By managing their own projects and financial matters, the women gain skills that transfer into life outside the cooperative. Skills in teamwork, communication, strategic planning, and governance empower the women to become active problem-solvers and see opportunities where they can help their families and communities.
There is a wealth of other strategies being pioneered by social innovators in MENA. Each country presents a unique context and set of challenges and opportunities. For instance, Nawal Fakhri from Lebanon has founded a taxi agency, which is operated by women and serves women customers only. Other countries like Iran, Egypt and Kuwait have already copied the idea.
To learn more about the latest innovations in this area, visit the of Women Powering Work: Innovations for Economic Equality in the MENA Region  website, an online competition by Ashoka Changemakers  and General Electric , calling for initiatives that enable women in MENA to achieve economic equality, strengthen their families and communities, and benefit equitably from economic growth.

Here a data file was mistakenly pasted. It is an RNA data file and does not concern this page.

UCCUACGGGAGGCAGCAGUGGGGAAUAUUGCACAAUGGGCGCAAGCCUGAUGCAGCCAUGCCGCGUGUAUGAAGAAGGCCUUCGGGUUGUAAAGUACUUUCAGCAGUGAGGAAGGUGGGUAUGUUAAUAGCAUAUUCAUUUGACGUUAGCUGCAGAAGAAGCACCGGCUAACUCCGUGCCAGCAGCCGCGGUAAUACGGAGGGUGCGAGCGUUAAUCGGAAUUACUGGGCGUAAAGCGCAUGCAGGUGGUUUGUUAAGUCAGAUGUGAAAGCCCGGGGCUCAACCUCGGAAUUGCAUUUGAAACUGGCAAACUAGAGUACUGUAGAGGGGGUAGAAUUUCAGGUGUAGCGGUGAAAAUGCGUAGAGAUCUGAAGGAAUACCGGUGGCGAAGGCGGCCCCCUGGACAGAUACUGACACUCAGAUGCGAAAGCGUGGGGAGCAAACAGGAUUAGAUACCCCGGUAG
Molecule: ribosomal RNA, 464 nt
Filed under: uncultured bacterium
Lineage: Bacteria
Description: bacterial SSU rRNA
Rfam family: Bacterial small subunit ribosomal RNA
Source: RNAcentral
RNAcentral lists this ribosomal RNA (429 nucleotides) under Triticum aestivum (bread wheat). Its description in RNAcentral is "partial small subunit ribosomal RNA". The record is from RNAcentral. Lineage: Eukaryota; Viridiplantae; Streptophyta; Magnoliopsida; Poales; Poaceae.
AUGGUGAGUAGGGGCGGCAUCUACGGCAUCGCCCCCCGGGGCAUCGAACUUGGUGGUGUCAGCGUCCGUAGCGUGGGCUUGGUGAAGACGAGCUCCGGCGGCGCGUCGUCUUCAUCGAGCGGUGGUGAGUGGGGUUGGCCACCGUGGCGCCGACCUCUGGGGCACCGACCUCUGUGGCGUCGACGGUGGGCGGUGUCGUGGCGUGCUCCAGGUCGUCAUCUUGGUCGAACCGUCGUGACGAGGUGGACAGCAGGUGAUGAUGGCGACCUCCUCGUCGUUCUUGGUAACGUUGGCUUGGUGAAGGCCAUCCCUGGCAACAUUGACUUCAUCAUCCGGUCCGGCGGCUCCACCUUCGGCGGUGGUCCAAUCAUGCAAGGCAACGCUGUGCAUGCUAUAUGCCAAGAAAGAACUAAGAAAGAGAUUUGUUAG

Liked the innovations you saw above? Get a more in-depth perspective on these and other social innovations that are turning challenges into opportunities that spark hope for a better future in the Women Powering Work report.
Or are you an innovator who gives women across MENA access to economic opportunities? Then apply to the competition today! Three winners will each receive $25,000 and connect with a community that includes like-minded innovators, impact partners, sector experts, and potential investors.
Please visit the Guidelines, Criteria & Prizes page [13,14] before the November 6th, 2013 competition deadline for more information about how to enter or nominate a contestant.
Follow the #womenWork hashtag on Twitter  to follow trends about women’s economic equality in MENA!
 More on ashoka.org (Khalid AlKhudair)
 World Bank Report "Opening doors"
 "Women Still an Untapped Labor Force in Turkey" on nytimes.com
 More on souktel.org
 More on ashoka.org (Zeinab Al-Momani)
 Paper: Internationalization of Higher Education in MENA. Policy Issues Associated with Skills Formation and Mobility. Report No: 63762 on sitersources.worldbank.org (PDF)